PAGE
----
SANTA MONICA, California — “Nice car!”
The shout comes through our passenger window, from the driver of an SUV so bland that I honestly can’t remember its make or model just seconds later. I give a friendly smile and a thumbs-up, while David Gooding, founder and president of Gooding & Company (and currently my chauffeur) politely thanks our admirer.
“Thirty-two,” David and I return in unison. To be more precise, the vehicle in question is a 1932 Packard Twin Six 906 convertible sedan and it’s one of a smattering of rare, important, not to mention valuable, cars to be auctioned at Gooding & Co.’s Scottsdale auctions this month. The light turns green, David slots the long, spindly shift lever down and to the left, releases the clutch and we’re off again, wafting in an eerily effortless manner down the road. The Packard’s “Twin Six,” single-carb, 446-cubic-inch V-12 engine gives only the faintest mechanical whirring to indicate the 160 horsepower it’s producing.
David tells me 1932 was the first year of the Twin Six engine (and the only year the engine would be given the Twin Six name) with very few produced due to the extra cost over the standard Straight-8. Nevertheless, the smoothness and refinement of the Twin Six under acceleration is something that has to be experienced to be believed. In fact, the dominant noise from the Packard is from the transmission, which whines with increasing pitch as we build speed.
“The four-speed transmission is a little noisier than the three-speed,” David tells me. It’s a bit rarer too, ordered primarily by those who wanted a low first gear for climbing steep hills and mountains. “I’m using second gear [from a stop] around town,” says David. This particular car’s first owner was famous actor and performer Al Jolson, the star of the 1927 movie “The Jazz Singer,” the first sound film that signaled the beginning of the end for the silent film era. I wonder if Jolson intended to climb many hills in his new Packard or if he simply ordered the more expensive transmission just because it was available.
We’re ensconced in the mild smells of leather and warm engine as we make our way around the seaside town of Santa Monica — home of Gooding and Co. and this car’s temporary residence until it makes its way by transporter truck to Scottsdale in a few short days to find a new home. Directly in front of us, two unique styling elements of this car’s custom coachwork are evident: the curved, wooden dash that wraps around the front of the cabin, speedboat style, shading the array of gauges beneath and the bent V-windshield that lends the sedan a rakish look. That V-shape is echoed in the Packard’s grille, headlight lenses and parking light. Meanwhile, the “open” sweeping front fender design is unique to this 1932 model year, with later years gaining more sheet metal to visually close the fenders, giving the car a heavier, less graceful aesthetic to many eyes.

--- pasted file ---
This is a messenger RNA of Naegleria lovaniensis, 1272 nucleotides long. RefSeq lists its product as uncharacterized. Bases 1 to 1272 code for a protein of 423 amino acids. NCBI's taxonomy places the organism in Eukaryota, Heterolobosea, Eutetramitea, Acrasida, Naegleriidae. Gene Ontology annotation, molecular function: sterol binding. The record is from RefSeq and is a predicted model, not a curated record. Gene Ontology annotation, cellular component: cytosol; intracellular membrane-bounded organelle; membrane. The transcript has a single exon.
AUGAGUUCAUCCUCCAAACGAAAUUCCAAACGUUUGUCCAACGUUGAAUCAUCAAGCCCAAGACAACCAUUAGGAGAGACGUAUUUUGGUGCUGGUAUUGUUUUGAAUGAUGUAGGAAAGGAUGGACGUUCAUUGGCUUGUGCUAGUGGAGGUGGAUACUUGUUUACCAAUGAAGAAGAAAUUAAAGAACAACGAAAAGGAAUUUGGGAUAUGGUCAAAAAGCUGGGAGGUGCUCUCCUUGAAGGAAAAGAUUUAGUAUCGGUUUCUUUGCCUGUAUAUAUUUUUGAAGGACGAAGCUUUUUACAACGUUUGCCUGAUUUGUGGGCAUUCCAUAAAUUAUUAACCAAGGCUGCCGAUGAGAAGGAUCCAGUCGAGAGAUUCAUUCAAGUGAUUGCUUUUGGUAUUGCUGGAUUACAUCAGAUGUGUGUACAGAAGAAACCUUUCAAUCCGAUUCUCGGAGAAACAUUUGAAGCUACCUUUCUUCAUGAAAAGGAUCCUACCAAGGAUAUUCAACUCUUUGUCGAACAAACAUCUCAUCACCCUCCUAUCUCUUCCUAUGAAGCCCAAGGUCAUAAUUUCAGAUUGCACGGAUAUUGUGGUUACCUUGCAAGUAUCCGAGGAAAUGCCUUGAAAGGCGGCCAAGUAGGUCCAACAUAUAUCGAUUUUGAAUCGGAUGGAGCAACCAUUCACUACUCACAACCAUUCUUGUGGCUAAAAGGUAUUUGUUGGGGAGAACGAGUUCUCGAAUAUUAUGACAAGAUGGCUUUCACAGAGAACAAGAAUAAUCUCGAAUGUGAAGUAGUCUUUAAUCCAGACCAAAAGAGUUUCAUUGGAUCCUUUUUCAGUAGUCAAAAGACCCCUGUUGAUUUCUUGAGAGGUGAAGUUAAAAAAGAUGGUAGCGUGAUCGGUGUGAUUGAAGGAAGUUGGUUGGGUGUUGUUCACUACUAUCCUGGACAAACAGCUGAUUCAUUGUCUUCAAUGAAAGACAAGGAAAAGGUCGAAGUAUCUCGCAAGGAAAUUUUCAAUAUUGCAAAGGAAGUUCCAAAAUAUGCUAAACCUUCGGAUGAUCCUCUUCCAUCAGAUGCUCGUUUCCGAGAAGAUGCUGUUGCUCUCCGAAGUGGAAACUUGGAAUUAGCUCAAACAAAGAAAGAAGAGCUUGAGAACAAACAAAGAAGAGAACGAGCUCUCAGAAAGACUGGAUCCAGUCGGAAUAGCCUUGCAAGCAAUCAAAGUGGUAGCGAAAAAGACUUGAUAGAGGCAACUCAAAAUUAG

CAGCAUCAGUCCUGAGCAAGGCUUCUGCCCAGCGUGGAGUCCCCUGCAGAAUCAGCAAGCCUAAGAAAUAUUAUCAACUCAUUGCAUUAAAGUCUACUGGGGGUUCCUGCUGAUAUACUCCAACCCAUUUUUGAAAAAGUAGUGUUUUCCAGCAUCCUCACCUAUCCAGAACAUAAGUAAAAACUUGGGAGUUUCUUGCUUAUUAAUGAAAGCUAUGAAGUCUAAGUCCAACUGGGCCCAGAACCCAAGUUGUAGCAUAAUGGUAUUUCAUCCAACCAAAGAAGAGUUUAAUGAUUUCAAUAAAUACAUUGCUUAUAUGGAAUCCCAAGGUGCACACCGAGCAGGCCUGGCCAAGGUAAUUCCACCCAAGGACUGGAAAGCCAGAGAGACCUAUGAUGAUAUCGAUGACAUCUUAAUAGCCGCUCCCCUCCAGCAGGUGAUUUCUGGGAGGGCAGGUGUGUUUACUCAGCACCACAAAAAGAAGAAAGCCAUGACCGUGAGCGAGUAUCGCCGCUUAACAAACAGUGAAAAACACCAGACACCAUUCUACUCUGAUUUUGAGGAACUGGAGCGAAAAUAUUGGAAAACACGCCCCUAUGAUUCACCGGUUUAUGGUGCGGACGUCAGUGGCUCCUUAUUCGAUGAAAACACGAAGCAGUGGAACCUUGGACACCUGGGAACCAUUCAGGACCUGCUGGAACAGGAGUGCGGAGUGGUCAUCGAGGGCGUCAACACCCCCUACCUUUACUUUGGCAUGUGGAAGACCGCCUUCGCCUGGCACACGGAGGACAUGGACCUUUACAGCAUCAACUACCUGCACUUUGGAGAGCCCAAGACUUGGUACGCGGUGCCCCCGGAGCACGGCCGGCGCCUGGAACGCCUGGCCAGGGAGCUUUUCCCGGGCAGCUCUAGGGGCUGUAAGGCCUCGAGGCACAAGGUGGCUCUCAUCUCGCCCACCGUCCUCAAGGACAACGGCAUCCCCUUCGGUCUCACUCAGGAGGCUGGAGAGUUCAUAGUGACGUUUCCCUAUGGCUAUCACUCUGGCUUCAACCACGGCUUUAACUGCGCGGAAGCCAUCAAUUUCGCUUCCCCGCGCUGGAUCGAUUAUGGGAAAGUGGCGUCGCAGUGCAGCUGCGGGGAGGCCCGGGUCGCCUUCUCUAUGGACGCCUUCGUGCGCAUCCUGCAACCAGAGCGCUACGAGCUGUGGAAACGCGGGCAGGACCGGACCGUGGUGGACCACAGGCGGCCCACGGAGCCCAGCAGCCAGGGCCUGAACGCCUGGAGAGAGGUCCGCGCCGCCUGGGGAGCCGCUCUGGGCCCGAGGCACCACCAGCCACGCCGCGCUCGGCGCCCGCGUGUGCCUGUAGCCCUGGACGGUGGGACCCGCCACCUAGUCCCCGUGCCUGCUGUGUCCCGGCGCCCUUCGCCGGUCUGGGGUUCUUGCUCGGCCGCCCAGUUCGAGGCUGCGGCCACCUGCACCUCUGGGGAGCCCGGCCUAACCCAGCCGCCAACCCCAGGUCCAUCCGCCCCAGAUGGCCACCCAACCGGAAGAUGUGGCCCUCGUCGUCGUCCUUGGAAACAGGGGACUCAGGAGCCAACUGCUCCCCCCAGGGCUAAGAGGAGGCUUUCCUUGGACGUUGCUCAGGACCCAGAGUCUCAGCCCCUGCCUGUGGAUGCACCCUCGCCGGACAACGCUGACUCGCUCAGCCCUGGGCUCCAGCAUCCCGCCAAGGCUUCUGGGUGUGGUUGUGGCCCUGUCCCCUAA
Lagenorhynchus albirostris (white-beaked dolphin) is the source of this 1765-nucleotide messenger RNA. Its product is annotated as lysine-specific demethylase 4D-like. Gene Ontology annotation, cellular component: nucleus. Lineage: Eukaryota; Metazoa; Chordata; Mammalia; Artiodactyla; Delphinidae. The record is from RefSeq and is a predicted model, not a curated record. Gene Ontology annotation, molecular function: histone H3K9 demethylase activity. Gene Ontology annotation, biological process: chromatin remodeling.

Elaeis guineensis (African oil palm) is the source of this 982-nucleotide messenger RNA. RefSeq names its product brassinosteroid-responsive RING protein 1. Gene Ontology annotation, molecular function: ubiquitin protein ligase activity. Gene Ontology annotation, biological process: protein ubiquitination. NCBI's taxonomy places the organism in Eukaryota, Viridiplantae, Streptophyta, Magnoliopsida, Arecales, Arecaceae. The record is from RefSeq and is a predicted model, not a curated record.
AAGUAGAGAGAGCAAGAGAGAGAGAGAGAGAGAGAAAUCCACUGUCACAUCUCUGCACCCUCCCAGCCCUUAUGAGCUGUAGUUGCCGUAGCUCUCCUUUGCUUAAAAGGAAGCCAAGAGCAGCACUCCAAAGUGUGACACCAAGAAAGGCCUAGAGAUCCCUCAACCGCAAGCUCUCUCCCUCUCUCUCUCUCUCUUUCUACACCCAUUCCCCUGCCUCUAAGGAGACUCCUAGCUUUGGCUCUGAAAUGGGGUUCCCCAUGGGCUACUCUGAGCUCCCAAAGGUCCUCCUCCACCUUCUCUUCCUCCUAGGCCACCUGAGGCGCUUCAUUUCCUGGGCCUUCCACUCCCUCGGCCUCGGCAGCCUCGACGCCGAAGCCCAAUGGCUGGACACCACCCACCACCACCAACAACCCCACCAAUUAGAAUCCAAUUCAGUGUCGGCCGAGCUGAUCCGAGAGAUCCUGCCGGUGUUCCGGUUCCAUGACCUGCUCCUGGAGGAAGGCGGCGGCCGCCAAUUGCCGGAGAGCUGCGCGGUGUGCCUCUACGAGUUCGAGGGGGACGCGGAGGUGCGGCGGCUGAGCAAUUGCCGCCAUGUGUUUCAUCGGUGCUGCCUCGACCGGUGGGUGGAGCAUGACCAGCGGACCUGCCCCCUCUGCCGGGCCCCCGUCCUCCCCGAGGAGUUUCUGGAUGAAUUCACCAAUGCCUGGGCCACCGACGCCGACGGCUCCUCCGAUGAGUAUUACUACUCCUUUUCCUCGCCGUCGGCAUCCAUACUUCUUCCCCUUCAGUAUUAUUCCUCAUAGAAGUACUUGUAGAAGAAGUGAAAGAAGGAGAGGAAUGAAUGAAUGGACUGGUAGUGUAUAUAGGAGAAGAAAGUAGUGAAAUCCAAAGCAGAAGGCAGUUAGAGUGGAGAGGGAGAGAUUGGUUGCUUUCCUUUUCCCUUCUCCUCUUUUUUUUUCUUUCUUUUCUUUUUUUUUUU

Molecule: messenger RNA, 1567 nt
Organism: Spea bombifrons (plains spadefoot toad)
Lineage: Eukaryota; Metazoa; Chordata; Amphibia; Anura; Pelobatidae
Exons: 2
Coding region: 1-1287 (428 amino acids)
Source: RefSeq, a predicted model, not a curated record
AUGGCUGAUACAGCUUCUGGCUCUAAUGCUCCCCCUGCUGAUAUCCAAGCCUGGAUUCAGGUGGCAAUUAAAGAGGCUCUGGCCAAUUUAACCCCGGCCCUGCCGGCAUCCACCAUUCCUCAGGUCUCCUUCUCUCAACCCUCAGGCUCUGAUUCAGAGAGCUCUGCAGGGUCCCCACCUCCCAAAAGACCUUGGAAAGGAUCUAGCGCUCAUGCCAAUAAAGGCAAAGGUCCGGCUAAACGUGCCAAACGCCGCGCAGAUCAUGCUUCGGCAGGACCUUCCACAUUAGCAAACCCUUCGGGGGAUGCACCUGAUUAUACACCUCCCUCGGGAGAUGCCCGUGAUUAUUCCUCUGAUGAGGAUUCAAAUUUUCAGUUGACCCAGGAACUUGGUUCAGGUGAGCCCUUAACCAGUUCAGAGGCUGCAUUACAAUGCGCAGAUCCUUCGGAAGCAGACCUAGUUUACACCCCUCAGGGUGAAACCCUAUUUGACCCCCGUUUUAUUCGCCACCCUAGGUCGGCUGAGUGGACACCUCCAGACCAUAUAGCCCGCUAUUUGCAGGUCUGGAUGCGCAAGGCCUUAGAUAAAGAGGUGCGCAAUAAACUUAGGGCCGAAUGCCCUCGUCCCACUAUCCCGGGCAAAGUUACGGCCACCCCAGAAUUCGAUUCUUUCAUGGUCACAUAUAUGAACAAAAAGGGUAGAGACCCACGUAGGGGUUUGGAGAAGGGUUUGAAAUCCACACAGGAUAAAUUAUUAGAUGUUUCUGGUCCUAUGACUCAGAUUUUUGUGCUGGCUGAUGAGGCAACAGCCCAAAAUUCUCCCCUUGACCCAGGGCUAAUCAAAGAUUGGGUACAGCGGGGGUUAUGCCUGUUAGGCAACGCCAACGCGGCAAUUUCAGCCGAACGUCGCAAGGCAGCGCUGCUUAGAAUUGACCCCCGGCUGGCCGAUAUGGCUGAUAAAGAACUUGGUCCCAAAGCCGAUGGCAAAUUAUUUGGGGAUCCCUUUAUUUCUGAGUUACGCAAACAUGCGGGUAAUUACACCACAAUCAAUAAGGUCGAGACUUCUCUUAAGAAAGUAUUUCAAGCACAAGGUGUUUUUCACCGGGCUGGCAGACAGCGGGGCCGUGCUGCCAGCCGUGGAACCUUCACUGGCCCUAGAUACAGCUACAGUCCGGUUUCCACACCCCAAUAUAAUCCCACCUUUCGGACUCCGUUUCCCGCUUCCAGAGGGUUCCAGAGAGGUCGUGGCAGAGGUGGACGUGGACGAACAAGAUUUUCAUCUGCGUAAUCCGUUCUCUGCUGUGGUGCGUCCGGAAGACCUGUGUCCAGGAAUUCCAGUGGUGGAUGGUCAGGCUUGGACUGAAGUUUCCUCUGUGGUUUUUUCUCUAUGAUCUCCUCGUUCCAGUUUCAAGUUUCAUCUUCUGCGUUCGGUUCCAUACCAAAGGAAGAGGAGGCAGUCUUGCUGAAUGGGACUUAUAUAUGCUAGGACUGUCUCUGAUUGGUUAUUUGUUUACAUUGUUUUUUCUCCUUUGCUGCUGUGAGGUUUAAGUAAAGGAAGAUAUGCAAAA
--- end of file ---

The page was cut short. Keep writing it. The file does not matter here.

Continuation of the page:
This is one of just two V-Winshield Dietrich-designed Packard convertible sedans ever produced, both virtually identical in styling to each other. “Raymond Dietrich was the hot designer of the ‘30s,” David explains.
“He was a founder of LeBaron Carrossiers but he later set up his own firm and Packard was one of his top clients.” We move around the car, David pointing out other Dietrich touches like the “suicide”-style, reverse-opening doors – a design that makes settling into the large, luxuriously plush bench seats more graceful. “If you look at the standard-bodied car next to this one, it’s much more crude,” David says.
The Packard is a large car to be sure, but somehow, in the sheet metal it looks slightly more compact — less intimidating and more sophisticated — than photos would suggest. To me, the Packard seems more usable in today’s traffic than many other cars of this period. Perhaps that’s also due to more restrained lines than some of its contemporaries, even with its custom bodywork.
“Packard was one of the more revered and celebrated marques,” David suggests. “They were known to be more refined and elegant cars. A Duesenberg or Cadillac was more flashy. A Packard was understated luxury.”
David also mentions that the body style of this Packard opens this car up to many different configurations. “The nice thing about a convertible sedan is you have so many possibilities. You can make it a much more formal car by putting the division window up, you can make it an open car by putting the top down – the side pillars are removable. The top folds pretty flat, on the factory bodied cars the top doesn’t fold down as much. This is where the quality and the complexity of a Dietrich body are really evident.”
In the decades following Al Jolson’s ownership, this Packard passed through the hands of several prominent collectors and won Best in Class awards at the prestigious Pebble Beach Concours d’Elegance twice — in 1963 and 2012, along with runner-up to Best in Show in ’63. Through the years, it managed to keep its original bodywork and powertrain and was restored in the early 1960s as well as in 2011, both in preparation for the aforementioned Pebble Beach events. No doubt the new owner will continue to enjoy and preserve this special Packard for future generations, but at a price significantly higher than the car’s estimated price of $8,000 when it was new in 1932. Gooding and Co. places an estimate of $1.6-2.0 million dollars on the car when it crosses the auction block in Scottsdale on Friday, January 20.
1932 Packard Twin-Six 906 Individual Custom Convertible Sedan
Cost New: $8,000 (est)
Value Now: $1,600,000-$2,000,000 (Gooding & Co. est)
Engine: 456-cid, 160-hp, OHV V-12
Transmission: 4-speed manual
Drive: Rear wheel
Front Suspension: Beam axle, semi-elliptic leaf springs
Rear Suspension: Live axle, semi-elliptic leaf springs
Brakes: Drum brakes
Weight: 5,000 lbs (est)